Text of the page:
Abra Cadabra - Acts 13:4-12

4 So, being sent out by the Holy Spirit, they went down to Seleucia; and from there they sailed to Cyprus. 5 When they arrived at Salamis, they proclaimed the word of God in the synagogues of the Jews. And they had John also to assist them. When they had gone through the whole island as far as Paphos, they met a certain magician, a Jewish false prophet, named Bar-Jesus. 7 He was with the proconsul, Sergius Paulus, an intelligent man, who summoned Barnabas and Saul and wanted to hear the word of God. 8 But the magician Elymas (for that is the translation of his name) opposed them and tried to turn the proconsul away from the faith. 9 But Saul, also known as Paul, filled with the Holy Spirit, looked intently at him 10 and said, “You son of the devil, you enemy of all righteousness, full of all deceit and villainy, will you not stop making crooked the straight paths of the Lord? 11 And now listen—the hand of the Lord is against you, and you will be blind for a while, unable to see the sun.” Immediately mist and darkness came over him, and he went about groping for someone to lead him by the hand. 12 When the proconsul saw what had happened, he believed, for he was astonished at the teaching about the Lord.
Acts 13 (NRSV)

I remember watching David Copperfield walk through the Great Wall of China.  I think I jumped off my couch; perhaps I was easily impressed.[1] Copperfield and his guild are masters of illusion.  Even as a boy I knew he wasn’t really walking through a wall.  The question wasn’t one of disbelief, it was, “how did he make it look like he did that?”  Elymas was not an illusionist.  He was a Jewish Magician—which meant that his customers hoped he really had the power to influence fate.  Magic was actually outlawed in ancient Rome, but was commonly practiced in secret throughout the empire.  What makes Elymas unique is that he apparently had the ear of Cyprus’s proconsul.  Most magicians were back-alley figures, not important political advisers.  

Ancient magic had to do with manipulating reality for the benefit of a person(s).  Most of the time that meant that a magician would make a protective amulet for a customer, cast a spell over them before a big event, or attempt to heal some kind of ailment.  All of the services had a cost, of course.  The cost is what got them a nickname throughout the Greek-speaking world, gotes, which basically means “swindler.” Con-artists have to live in continual fear that they’ll be unmasked and typically a series of well-crafted lies are the option of choice to keep the “customer” in the dark. So here is this guy Elymas, who’s made it big in Phaphos—I imagine the price of performing magic for a proconsul wasn’t cheap nor were the benefits of social power meager. And here are these other guys who are about to declare to his employer that there’s a God who doesn’t require a price.  Suddenly Elymas realizes the jig is up if he doesn’t interfere.   Thus, the sequence of events above.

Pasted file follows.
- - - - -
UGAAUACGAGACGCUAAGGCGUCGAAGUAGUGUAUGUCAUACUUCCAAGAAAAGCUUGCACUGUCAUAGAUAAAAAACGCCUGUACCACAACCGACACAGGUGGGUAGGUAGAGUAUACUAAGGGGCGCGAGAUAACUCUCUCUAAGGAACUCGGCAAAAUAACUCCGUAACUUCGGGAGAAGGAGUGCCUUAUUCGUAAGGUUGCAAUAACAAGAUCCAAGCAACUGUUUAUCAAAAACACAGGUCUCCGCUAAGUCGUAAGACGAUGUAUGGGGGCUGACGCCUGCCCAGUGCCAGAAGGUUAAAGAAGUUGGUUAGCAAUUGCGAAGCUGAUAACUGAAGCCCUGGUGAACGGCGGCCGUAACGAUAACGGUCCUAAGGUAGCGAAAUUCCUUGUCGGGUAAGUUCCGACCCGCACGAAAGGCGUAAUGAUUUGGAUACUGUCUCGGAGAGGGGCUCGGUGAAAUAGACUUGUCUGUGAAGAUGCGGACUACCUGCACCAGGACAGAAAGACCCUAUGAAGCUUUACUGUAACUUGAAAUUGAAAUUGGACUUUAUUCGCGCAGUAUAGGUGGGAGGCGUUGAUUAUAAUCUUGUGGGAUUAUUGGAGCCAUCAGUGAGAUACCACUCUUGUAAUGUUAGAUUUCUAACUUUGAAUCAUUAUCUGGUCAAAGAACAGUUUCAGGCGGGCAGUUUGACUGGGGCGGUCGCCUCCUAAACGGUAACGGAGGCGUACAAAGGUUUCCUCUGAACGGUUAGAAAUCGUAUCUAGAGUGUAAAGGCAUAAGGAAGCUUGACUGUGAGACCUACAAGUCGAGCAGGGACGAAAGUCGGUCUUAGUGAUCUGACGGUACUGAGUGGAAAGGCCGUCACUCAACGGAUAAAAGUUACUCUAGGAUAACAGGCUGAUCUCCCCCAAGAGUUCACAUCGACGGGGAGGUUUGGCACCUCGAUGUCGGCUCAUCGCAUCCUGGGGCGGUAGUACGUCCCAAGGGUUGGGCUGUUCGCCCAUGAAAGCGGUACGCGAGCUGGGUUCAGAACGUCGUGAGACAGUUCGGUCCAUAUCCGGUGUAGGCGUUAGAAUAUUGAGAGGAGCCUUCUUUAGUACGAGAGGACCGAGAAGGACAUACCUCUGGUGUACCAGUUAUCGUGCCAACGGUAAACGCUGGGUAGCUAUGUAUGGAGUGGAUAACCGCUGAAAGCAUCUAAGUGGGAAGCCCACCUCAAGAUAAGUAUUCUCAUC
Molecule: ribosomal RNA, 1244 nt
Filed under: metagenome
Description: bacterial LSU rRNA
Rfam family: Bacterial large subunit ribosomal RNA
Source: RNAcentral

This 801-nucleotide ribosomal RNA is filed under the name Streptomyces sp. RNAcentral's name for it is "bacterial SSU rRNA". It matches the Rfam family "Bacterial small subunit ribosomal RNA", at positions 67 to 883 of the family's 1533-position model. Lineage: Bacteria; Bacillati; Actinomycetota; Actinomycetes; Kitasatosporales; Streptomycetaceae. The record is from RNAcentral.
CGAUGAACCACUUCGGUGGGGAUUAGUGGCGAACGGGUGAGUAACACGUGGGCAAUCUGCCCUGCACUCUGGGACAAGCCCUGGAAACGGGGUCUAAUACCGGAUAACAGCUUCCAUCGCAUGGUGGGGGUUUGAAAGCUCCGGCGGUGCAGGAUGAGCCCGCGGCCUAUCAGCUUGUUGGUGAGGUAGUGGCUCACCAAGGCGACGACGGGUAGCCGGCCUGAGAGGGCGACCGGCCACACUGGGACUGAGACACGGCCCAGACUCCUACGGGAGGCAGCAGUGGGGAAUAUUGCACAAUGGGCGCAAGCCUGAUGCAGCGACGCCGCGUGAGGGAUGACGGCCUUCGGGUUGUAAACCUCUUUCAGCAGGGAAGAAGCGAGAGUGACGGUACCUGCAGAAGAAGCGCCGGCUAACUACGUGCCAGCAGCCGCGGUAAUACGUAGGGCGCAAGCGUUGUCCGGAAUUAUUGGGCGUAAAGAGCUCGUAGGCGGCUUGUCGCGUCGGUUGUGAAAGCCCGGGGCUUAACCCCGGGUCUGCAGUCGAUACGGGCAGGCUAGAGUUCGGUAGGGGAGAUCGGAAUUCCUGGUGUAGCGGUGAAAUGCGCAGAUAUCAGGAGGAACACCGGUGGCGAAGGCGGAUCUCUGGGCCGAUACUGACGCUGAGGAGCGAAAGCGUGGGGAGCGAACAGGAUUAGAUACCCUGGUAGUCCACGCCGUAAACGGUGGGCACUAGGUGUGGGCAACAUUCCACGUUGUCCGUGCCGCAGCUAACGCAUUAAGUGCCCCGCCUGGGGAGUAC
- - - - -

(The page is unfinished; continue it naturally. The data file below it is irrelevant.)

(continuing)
I could go into a long denunciation of magic or a detailed differentiation between Elymas and say, Gandalf, but I don’t think that’s a secondary or even tertiary point.[2]  Front and center for me is the vast difference between a magic worldview and the transformative, free love of Christ.  Do we offer something that’s for sale? Do we promise to manipulate people’s reality? In my understanding, the Gospel isn’t for sale.[3]  God’s love is not for sale.  God’s intervention in space and time is not for sale.  You cannot buy it with prayer, good looks, eloquence, purity, abstinence, education, great music, hymns, bang-up preaching, the right political allegiance, etc. It is not for sale.  We are not merchants.  We are not magicians. We gain access to God by his grace. Therefore, we are not the gatekeepers who know the admission fee. We are trusting servants of the free-loving, sacrificing God, who stands as a giant threat to those who would swindle people out of truth for the sake of their own personal power.  

[1] You couldn’t really do that sort of thing today, what with all our cgi abilities.  We’d simply chalk it up to a green-screen.
[2] But I will do it briefly in the footnotes :-). Many of you know that I love The Lord of the Rings and The Hobbit.  I think magic firmly fixed in the realm of the imagination is absolutely no threat to my dependence upon and singular worship of Jesus Christ.  I know it isn’t real . . . when I pray, for instance, I have zero inclination to think, “What would Gandalf do.” It’s when we practice arts, dark or otherwise, in order to manipulate our circumstances that we set up false gods, thus wandering away from Christ.
[3] You might have had it explained to you like a sales transaction: give Christ your faith and he’ll provide you with forgiveness and a ticket to heaven.  The only purchasing language I’m aware of in the New Testament regards Christ as the purchaser not the merchant (Acts 20:28; 1 Cor. 6:20).  I think salvation is much better suited to relational imagery than the sterile environment of the marketplace.  Think back to times when your parents yelled at you when you were a child and at some point you hopefully reconciled with a warm embrace, reminding you that their love was bigger than your mistakes and you could not easily undo their desire to be present in your life.  The Gospel is a lot more like that embrace than going to the store to buy a water-gun or laundry hamper.  


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